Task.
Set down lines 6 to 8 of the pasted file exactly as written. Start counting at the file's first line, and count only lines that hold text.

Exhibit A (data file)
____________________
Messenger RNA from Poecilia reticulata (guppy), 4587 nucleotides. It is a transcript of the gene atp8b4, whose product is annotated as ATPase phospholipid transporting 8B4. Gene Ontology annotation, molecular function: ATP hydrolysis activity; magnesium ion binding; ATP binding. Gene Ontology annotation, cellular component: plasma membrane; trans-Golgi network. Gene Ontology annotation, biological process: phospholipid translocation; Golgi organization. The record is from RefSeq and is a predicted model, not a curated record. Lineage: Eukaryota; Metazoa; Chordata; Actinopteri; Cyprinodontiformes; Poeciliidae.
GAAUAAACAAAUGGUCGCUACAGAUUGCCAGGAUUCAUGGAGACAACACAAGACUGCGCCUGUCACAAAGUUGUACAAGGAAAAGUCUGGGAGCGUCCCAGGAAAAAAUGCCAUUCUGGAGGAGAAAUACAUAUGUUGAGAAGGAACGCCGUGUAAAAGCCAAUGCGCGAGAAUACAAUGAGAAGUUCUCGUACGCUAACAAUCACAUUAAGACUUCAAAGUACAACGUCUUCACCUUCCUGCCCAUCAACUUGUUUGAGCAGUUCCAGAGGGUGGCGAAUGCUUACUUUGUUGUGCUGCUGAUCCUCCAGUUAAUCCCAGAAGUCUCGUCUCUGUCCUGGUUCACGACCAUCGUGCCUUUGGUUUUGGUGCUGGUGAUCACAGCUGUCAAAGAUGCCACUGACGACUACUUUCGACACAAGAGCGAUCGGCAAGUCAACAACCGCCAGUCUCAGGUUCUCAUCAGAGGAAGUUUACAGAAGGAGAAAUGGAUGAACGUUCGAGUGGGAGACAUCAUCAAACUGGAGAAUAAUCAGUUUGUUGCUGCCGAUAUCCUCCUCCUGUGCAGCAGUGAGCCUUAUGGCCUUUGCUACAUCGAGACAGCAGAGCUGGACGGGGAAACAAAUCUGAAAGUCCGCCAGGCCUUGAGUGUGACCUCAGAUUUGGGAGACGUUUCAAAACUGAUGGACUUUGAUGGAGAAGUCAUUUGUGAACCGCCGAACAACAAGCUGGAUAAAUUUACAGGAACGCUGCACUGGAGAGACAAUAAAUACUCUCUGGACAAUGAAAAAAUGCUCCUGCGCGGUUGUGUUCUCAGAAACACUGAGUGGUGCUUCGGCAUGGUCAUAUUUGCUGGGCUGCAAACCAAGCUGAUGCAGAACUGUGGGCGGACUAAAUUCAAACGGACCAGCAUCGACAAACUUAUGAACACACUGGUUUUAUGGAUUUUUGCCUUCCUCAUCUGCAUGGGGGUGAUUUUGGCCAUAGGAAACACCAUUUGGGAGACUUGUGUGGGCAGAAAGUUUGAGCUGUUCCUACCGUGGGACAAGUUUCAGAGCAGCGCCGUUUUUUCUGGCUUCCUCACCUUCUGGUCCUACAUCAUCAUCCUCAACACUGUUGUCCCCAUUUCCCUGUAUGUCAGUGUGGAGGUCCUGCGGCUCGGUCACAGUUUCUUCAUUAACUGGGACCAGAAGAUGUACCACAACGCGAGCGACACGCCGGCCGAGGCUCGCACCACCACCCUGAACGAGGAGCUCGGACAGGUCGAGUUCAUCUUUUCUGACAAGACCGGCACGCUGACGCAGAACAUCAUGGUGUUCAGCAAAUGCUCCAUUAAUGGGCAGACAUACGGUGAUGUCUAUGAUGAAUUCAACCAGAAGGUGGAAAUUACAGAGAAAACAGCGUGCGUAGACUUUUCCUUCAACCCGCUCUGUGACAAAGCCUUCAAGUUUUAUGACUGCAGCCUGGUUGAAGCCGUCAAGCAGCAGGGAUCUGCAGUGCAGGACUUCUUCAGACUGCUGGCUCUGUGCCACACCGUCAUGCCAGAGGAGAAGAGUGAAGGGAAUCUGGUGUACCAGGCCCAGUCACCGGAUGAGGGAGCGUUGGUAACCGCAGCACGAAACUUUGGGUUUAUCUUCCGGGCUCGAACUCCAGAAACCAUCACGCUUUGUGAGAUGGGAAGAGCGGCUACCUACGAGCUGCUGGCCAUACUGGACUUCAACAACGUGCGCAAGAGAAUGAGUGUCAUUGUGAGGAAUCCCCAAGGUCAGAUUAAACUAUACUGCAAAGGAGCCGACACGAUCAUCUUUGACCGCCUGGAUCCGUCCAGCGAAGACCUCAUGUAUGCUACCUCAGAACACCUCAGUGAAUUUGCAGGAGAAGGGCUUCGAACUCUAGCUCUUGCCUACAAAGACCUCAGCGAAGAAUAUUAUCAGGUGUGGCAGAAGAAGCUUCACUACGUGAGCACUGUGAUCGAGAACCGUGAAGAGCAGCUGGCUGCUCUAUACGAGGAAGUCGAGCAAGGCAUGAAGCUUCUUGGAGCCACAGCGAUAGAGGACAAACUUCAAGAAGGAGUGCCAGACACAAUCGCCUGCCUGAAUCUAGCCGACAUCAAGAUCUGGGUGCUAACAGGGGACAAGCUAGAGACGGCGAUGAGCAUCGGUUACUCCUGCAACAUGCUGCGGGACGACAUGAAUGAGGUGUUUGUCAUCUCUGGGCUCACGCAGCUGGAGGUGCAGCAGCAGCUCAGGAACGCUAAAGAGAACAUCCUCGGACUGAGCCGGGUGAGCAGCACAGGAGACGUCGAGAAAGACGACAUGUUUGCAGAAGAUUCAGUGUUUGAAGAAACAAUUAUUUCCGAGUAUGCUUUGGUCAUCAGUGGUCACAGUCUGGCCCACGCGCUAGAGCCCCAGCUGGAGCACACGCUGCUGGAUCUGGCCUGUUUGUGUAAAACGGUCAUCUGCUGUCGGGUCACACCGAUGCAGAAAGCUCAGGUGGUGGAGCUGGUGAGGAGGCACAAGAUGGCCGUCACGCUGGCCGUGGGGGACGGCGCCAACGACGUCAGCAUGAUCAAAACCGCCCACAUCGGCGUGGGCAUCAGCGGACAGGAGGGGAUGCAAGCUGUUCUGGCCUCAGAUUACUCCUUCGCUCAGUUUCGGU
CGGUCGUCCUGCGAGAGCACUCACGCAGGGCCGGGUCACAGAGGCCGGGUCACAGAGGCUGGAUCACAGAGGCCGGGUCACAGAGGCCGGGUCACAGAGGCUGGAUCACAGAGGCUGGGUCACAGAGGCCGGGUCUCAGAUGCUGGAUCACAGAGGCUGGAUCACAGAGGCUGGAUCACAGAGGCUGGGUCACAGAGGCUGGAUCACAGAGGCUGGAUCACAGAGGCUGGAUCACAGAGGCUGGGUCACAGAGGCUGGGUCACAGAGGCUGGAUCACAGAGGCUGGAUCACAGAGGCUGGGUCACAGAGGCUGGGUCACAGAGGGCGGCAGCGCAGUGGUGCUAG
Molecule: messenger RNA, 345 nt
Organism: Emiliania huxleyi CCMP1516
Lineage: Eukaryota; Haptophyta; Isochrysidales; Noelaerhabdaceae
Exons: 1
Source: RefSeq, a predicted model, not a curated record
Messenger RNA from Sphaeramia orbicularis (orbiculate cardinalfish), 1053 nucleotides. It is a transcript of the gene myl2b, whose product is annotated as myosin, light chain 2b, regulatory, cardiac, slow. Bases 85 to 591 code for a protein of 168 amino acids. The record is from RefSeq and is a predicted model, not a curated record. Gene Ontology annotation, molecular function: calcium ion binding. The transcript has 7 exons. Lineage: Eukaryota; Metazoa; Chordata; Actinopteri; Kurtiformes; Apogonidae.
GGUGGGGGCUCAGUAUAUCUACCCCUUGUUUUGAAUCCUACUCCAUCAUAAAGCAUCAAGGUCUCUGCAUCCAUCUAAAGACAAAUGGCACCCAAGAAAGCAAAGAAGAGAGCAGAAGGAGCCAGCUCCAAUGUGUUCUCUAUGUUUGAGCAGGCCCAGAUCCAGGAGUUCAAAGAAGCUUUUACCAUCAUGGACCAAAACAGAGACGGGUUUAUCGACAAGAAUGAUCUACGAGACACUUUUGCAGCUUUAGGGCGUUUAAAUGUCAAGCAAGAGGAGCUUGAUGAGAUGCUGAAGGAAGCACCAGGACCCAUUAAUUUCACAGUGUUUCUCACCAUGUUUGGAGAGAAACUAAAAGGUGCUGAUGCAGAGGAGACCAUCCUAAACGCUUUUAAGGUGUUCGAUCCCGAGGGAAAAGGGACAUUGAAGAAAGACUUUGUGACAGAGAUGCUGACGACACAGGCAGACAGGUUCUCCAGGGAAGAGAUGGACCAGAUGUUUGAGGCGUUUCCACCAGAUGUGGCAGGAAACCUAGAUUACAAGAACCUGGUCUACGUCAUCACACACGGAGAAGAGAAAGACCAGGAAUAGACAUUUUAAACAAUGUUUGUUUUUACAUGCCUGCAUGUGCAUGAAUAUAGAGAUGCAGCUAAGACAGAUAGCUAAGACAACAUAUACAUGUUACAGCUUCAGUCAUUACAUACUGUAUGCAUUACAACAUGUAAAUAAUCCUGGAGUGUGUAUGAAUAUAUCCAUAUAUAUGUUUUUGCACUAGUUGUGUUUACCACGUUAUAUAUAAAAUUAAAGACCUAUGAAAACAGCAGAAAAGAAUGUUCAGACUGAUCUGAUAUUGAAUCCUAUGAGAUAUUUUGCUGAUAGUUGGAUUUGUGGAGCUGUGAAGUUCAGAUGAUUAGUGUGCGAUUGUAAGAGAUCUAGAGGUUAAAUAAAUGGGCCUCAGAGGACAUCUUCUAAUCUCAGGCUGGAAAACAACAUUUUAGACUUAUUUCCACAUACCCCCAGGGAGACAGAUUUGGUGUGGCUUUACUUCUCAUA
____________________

Lineage: Eukaryota; Haptophyta; Isochrysidales; Noelaerhabdaceae
Exons: 1
Source: RefSeq, a predicted model, not a curated record